A running list of computer science, mathematical, graph theory, and build system terms and jargon used in the documentation.
A fancy term for "dependency first" order. So if A depends on B and B depends on C, then topological order is C, B, A.
In computer science, a topological sort or topological ordering of a directed graph is a linear ordering of its vertices such that for every directed edge uv from vertex u to vertex v, u comes before v in the ordering. A topological ordering is possible if and only if the graph has no directed cycles, that is, if it is a directed acyclic graph (DAG). Any DAG has at least one topological ordering, and algorithms are known for constructing a topological ordering of any DAG in linear time.
In mathematics, particularly graph theory, and computer science, a directed acyclic graph is a directed graph with no directed cycles. That is, it consists of vertices and edges (also called arcs), with each edge directed from one vertex to another, such that following those directions will never form a closed loop. A directed graph is a DAG if and only if it can be topologically ordered, by arranging the vertices as a linear ordering that is consistent with all edge directions. DAGs have numerous scientific and computational applications, ranging from biology (evolution, family trees, epidemiology) to sociology (citation networks) to computation (scheduling).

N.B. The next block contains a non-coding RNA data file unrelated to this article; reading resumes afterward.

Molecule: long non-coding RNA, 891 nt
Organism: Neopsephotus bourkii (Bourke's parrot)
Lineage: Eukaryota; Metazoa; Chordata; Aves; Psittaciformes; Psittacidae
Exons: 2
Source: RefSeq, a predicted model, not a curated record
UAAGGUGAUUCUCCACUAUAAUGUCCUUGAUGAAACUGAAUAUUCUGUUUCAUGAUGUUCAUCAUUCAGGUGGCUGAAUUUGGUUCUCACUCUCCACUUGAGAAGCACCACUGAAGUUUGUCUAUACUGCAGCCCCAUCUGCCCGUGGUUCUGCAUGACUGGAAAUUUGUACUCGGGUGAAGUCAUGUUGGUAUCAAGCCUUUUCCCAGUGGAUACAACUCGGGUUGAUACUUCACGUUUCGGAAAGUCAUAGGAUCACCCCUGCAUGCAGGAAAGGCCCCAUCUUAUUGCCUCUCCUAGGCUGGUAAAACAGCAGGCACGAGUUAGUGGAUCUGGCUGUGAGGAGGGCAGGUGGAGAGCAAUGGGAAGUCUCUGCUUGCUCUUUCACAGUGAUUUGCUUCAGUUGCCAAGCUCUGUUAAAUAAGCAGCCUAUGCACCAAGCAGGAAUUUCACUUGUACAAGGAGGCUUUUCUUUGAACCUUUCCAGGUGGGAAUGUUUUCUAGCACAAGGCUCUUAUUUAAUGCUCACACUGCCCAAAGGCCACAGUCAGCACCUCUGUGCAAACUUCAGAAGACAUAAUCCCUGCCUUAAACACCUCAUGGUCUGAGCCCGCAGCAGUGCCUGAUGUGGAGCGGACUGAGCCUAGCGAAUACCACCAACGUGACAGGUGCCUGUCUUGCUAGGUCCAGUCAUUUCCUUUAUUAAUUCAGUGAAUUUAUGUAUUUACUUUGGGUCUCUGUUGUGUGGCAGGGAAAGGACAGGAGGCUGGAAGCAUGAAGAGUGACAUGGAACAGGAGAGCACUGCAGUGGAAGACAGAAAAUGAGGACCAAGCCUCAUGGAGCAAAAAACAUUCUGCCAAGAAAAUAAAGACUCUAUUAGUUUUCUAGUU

A hash function is any function that can be used to map data of arbitrary size to fixed-size values. The values returned by a hash function are called hash values, hash codes, digests, or hashes.
A remote cache is used by a team of developers and/or a continuous integration (CI) system to share build outputs. If your build is reproducible, the outputs from one machine can be safely reused on another machine, which can make builds significantly faster.